In Burley Wood by Isobel Clara

Fifteen-year-old Bede Shaw is a forest-born witch who wants nothing more than to stay at home with her beloved sister, Tabby. But when she is snatched from school and forced to take part in an ancient ritual – trying an unseen prisoner for revealing magick to the mortal world – she has just seven days to use her powers to uncover whether The Accused is innocent or guilty. If Bede fails, she will be exiled from magick permanently and never see Tabby again. Now, Bede must question how far she’ll go for answers. Is she willing to break the rules to do what’s right, or is being good and getting home the most important thing of all?

About the Author

Isobel is a theatre producer and arts fundraiser who spent ten years at the National Theatre creating imaginative new worlds for children before leaning into her love of nature and moving to Royal Botanic Gardens, Kew. She has a BA in Music and Drama from Manchester University and was awarded a distinction in her MA in Writing for Young People from Bath Spa University. Now based in Chippenham, Isobel spends her free time hanging out with a black and white furball called Bay whilst ‘jigging’ in her pyjamas and belting out musical theatre as loud as she can. Isobel hopes to never grow up but, if she has to, she’d like to somehow grow into Bernadette Peters.

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In Burley Wood by Isobel Clara, introduced by Carley Lee

From the very first sentence of In Burley Wood, I was utterly captivated. Bede’s lyrical voice hurtled off the page and into my soul, bringing with it evocative descriptions of the natural world and pure, visceral emotion. This is unlike anything I have ever read before.

We meet forest-born Obedience ‘Bede’ Shaw at the Den where she is learning the ways of magick. But when she is snatched away and forced to take part in an ancient ritual, trying an unseen prisoner for revealing magick to the mortal world, she has just seven days to use her powers to discover whether the accused is innocent or guilty. Set to the backdrop of an untamed wood and age-old witchcraft, the story delves deep into the meaning of what’s good versus what’s right and how far a young girl will go to find answers… and her way home.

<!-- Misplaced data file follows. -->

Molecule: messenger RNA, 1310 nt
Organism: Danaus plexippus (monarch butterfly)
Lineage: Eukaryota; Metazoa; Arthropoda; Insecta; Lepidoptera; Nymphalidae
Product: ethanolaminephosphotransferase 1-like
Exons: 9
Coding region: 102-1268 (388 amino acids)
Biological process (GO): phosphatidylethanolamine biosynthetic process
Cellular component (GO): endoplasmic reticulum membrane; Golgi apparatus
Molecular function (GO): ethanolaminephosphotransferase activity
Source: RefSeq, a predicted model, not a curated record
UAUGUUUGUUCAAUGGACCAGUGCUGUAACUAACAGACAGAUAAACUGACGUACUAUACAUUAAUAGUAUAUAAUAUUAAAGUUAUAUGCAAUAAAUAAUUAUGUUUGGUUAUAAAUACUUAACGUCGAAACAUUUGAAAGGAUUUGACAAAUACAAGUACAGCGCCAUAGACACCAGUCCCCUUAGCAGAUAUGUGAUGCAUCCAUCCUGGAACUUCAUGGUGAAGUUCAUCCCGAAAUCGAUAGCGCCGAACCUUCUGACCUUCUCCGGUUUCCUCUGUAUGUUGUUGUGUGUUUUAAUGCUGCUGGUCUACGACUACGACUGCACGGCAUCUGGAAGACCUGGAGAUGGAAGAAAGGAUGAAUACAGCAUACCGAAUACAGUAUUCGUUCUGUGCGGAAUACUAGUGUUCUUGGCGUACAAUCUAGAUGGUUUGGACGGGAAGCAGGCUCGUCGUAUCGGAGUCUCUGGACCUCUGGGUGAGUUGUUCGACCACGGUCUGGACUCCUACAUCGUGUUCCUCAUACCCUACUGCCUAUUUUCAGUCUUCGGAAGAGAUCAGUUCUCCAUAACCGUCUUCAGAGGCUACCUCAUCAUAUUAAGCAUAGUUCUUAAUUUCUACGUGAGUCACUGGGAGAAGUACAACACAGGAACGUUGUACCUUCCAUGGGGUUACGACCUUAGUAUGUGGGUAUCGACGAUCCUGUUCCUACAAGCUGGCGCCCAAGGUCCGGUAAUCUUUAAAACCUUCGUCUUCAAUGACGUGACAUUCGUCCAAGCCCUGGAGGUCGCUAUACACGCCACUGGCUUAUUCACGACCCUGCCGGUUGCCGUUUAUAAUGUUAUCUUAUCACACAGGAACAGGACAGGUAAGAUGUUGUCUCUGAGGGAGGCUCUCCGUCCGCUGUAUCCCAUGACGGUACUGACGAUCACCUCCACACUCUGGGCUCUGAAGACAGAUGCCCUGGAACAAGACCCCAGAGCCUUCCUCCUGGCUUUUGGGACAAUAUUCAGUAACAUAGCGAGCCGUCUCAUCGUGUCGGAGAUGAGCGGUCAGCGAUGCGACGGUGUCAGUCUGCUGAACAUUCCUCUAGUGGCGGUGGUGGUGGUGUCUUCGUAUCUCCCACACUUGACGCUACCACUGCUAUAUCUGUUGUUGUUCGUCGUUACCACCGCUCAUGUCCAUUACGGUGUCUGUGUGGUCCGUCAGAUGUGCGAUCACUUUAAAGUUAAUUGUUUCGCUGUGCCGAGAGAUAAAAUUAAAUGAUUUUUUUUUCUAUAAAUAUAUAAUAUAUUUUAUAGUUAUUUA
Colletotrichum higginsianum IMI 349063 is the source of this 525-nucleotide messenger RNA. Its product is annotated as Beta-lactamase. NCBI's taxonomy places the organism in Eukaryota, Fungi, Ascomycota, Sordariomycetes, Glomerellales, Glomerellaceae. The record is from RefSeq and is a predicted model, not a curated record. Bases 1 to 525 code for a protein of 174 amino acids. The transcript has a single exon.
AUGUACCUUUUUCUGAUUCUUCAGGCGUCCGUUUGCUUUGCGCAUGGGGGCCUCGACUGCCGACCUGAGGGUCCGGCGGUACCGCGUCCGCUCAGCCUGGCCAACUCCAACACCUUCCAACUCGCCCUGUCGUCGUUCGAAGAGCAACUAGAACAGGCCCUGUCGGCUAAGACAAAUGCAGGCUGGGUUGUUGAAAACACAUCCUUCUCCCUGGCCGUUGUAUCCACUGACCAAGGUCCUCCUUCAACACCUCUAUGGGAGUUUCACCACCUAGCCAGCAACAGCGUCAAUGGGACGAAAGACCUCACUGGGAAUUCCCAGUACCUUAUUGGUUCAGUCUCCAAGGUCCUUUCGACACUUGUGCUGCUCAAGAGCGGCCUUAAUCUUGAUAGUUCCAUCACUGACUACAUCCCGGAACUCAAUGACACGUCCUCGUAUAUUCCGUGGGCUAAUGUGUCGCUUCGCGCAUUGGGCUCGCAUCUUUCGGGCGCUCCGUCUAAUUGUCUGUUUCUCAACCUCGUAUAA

Prepare to be bewitched by In Burley Wood – this wild and beautiful tale is a form-defining masterpiece. Isobel’s command of language and ability to spin spells with words will leave you breathless.

What was your inspiration for this story?

I was sitting in the British Library and suddenly had this really clear image appear in my mind of a girl looking up at the moon, trying to squash it between her fingers, while standing within a perfect circle of trees. I knew she was a witch and that it wasn’t present day, but beyond that, she was a mystery to me. I had to know more… so I wrote her story.

What was your most memorable moment on the MA?

Picking just one is torture, but… my tutorial with David Almond. He was so encouraging and supportive at a moment when I needed it most, and he spent our entire session reading my extract back to me. Hearing Bede’s world, story, dialect come alive in David’s voice was the very definition of magick.

What is the most important thing you learned on the MA?

Shout out to manuscript tutor extraordinaire, Dr Joanna Nadin. There were myriad things I learned from Jo, but the one that totally changed the shape of my story, was a question of agency. Bede needed to take her fate into her own hands. She definitely does that now. #dontmesswithwitches

What’s your favourite part of the writing process?

I’m cheating; there’s two. First, and foremost, the dreaming part. It’s like a free holiday to a new place, with new pals – all inside my head so I don’t even have to get out of my pyjamas. Win. And secondly, I love music, so when you get the rhythm of a sentence just right, there’s nothing more satisfying than that.

What do you like doing when you’re not writing?

Belting out musical theatre as loud as I can (I would feel bad but next door’s kids are learning recorder), creating a TBR pile that is impossible to get through, trying to cure the cat’s addiction to Dreamies, and worshipping at the altar of ASOS Curve. Also, jigsaws.

What is your top piece of advice for aspiring writers?

If someone dictates a set of rules to you, break them*.

*except when it comes to agents’ submission guidelines. Those things are golden.

What was your favourite book as a child?

I wasn’t very good at sleeping as a child, so my parents made me a trade that I could stay up as late as I wanted to as long as I stayed in my room and an audiobook was playing. I think I listened to the unabridged version of The Lord of the Rings over 50 times before turning 10.

What place in fiction do you most want to visit?

Narnia. 100%. I want to be a Lucy, but deep in my heart, I know I’m Mrs Beaver.